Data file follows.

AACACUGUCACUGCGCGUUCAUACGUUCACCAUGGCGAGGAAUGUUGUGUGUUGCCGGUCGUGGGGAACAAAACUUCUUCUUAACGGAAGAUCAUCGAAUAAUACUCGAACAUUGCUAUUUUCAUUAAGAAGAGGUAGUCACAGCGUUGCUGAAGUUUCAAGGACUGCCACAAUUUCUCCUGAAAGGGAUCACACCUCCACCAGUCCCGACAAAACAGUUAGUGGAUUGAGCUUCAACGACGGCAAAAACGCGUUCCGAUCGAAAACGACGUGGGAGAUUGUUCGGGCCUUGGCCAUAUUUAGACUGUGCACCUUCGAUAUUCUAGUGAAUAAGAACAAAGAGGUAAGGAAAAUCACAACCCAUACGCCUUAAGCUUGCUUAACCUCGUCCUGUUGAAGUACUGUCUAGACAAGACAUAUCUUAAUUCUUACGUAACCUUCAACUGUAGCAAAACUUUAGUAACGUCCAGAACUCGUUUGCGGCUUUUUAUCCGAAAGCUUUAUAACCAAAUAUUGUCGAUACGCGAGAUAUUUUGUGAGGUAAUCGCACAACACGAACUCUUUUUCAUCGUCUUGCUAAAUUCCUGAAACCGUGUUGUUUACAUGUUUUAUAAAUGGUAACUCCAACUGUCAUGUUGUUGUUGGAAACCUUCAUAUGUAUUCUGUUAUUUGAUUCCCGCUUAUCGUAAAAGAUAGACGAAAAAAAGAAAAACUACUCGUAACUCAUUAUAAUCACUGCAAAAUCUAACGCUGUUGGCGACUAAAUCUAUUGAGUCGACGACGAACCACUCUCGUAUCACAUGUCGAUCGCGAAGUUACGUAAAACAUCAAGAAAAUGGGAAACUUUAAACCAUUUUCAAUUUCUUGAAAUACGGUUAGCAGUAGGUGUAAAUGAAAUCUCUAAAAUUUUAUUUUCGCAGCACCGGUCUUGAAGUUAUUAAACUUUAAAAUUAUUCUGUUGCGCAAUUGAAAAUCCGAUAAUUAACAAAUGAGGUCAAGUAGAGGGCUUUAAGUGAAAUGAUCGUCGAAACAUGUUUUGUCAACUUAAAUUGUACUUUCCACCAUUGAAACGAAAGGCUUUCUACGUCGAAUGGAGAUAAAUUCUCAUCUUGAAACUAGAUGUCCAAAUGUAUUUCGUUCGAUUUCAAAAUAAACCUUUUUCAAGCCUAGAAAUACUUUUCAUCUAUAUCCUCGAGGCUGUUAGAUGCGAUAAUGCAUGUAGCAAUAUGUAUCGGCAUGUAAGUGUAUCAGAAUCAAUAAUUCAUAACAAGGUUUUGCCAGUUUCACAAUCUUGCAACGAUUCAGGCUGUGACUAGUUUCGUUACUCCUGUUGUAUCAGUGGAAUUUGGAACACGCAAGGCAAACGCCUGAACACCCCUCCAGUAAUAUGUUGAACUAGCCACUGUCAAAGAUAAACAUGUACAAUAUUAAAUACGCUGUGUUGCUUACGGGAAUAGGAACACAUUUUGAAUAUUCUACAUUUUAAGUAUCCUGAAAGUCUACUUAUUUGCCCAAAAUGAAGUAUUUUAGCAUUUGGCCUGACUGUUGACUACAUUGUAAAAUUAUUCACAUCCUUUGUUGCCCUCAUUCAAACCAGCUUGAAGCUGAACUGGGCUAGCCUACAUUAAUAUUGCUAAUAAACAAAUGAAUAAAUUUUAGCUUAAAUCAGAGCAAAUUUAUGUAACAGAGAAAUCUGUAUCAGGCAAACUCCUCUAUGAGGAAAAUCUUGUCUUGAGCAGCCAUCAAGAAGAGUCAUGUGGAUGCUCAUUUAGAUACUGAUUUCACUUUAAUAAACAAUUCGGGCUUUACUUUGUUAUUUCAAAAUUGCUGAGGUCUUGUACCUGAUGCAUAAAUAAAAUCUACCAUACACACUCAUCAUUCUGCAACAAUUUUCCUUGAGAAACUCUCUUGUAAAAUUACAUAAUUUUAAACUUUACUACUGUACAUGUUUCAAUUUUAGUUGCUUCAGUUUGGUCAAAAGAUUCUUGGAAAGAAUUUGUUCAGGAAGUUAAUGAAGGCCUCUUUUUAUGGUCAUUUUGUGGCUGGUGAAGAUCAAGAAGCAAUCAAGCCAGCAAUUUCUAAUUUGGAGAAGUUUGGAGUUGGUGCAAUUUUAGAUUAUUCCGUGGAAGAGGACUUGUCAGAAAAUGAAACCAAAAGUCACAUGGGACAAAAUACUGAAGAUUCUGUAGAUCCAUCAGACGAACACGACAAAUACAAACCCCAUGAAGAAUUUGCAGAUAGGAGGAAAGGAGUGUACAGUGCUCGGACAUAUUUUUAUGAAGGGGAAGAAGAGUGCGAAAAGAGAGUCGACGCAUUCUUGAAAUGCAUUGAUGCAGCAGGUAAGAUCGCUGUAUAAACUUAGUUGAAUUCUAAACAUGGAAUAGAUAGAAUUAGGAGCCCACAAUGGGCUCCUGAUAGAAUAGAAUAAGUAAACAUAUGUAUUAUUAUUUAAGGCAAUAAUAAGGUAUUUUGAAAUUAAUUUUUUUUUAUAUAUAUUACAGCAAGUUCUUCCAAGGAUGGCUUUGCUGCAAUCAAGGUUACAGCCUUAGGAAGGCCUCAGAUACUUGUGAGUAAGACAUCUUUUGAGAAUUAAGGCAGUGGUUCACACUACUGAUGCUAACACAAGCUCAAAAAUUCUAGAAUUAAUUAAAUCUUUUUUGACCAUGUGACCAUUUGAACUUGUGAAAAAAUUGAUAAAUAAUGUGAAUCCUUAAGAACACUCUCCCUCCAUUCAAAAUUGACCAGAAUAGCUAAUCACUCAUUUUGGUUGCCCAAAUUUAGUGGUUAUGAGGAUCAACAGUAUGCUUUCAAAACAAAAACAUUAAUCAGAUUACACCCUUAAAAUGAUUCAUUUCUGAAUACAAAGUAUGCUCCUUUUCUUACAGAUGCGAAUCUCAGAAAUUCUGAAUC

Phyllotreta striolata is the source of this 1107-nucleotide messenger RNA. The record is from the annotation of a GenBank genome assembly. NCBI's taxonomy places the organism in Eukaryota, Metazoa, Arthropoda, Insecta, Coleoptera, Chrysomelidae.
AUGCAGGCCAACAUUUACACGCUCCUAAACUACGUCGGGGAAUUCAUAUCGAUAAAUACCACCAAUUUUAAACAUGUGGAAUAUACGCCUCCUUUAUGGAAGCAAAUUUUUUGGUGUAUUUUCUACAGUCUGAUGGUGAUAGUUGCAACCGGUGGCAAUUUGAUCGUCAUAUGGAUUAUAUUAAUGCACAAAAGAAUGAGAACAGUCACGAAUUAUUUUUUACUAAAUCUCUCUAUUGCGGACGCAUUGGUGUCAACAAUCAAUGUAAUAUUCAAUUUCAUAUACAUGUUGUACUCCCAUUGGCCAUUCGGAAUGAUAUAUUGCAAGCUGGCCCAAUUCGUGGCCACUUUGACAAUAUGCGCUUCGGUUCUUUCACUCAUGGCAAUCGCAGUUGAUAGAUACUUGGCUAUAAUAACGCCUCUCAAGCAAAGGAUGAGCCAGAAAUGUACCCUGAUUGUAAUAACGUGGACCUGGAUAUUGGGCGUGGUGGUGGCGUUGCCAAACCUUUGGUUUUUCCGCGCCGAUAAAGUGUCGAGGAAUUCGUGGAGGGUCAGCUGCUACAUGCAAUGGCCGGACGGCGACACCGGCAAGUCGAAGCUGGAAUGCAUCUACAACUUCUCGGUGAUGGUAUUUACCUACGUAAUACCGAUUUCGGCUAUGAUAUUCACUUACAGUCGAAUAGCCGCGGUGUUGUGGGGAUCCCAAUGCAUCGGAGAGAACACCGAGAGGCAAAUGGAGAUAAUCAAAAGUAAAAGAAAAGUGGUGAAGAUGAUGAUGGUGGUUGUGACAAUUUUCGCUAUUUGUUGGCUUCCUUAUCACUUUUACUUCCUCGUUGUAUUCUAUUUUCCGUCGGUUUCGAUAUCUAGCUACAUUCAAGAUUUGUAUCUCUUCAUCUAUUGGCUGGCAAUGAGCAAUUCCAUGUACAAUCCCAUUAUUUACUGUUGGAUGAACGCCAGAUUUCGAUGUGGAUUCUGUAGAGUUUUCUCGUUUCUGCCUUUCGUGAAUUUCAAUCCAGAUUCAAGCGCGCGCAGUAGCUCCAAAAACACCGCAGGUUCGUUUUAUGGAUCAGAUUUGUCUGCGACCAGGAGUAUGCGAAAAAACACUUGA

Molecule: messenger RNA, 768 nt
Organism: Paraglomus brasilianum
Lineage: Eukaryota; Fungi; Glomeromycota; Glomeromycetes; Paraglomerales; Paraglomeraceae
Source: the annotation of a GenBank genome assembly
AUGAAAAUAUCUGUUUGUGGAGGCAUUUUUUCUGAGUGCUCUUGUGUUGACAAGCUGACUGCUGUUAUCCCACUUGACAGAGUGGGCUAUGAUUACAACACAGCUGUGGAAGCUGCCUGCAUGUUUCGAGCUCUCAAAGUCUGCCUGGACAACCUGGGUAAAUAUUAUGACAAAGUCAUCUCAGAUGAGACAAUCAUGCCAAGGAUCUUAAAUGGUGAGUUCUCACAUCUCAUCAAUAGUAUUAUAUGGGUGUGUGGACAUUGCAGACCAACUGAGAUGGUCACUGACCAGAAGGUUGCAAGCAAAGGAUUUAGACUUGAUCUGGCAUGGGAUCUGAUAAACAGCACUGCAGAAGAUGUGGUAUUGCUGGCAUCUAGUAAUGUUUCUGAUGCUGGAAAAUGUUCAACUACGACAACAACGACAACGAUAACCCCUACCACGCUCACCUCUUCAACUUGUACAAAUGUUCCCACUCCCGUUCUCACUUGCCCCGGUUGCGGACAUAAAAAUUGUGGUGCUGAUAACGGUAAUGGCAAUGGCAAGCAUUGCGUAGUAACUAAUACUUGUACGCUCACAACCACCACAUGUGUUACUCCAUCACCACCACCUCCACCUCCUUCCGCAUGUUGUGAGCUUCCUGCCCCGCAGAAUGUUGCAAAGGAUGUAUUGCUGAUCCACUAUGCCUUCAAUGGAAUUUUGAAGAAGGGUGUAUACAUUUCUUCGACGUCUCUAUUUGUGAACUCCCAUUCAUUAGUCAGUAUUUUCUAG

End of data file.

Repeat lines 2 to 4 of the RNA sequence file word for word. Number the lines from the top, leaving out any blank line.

Phyllotreta striolata is the source of this 1107-nucleotide messenger RNA. The record is from the annotation of a GenBank genome assembly. NCBI's taxonomy places the organism in Eukaryota, Metazoa, Arthropoda, Insecta, Coleoptera, Chrysomelidae.
AUGCAGGCCAACAUUUACACGCUCCUAAACUACGUCGGGGAAUUCAUAUCGAUAAAUACCACCAAUUUUAAACAUGUGGAAUAUACGCCUCCUUUAUGGAAGCAAAUUUUUUGGUGUAUUUUCUACAGUCUGAUGGUGAUAGUUGCAACCGGUGGCAAUUUGAUCGUCAUAUGGAUUAUAUUAAUGCACAAAAGAAUGAGAACAGUCACGAAUUAUUUUUUACUAAAUCUCUCUAUUGCGGACGCAUUGGUGUCAACAAUCAAUGUAAUAUUCAAUUUCAUAUACAUGUUGUACUCCCAUUGGCCAUUCGGAAUGAUAUAUUGCAAGCUGGCCCAAUUCGUGGCCACUUUGACAAUAUGCGCUUCGGUUCUUUCACUCAUGGCAAUCGCAGUUGAUAGAUACUUGGCUAUAAUAACGCCUCUCAAGCAAAGGAUGAGCCAGAAAUGUACCCUGAUUGUAAUAACGUGGACCUGGAUAUUGGGCGUGGUGGUGGCGUUGCCAAACCUUUGGUUUUUCCGCGCCGAUAAAGUGUCGAGGAAUUCGUGGAGGGUCAGCUGCUACAUGCAAUGGCCGGACGGCGACACCGGCAAGUCGAAGCUGGAAUGCAUCUACAACUUCUCGGUGAUGGUAUUUACCUACGUAAUACCGAUUUCGGCUAUGAUAUUCACUUACAGUCGAAUAGCCGCGGUGUUGUGGGGAUCCCAAUGCAUCGGAGAGAACACCGAGAGGCAAAUGGAGAUAAUCAAAAGUAAAAGAAAAGUGGUGAAGAUGAUGAUGGUGGUUGUGACAAUUUUCGCUAUUUGUUGGCUUCCUUAUCACUUUUACUUCCUCGUUGUAUUCUAUUUUCCGUCGGUUUCGAUAUCUAGCUACAUUCAAGAUUUGUAUCUCUUCAUCUAUUGGCUGGCAAUGAGCAAUUCCAUGUACAAUCCCAUUAUUUACUGUUGGAUGAACGCCAGAUUUCGAUGUGGAUUCUGUAGAGUUUUCUCGUUUCUGCCUUUCGUGAAUUUCAAUCCAGAUUCAAGCGCGCGCAGUAGCUCCAAAAACACCGCAGGUUCGUUUUAUGGAUCAGAUUUGUCUGCGACCAGGAGUAUGCGAAAAAACACUUGA

Molecule: messenger RNA, 768 nt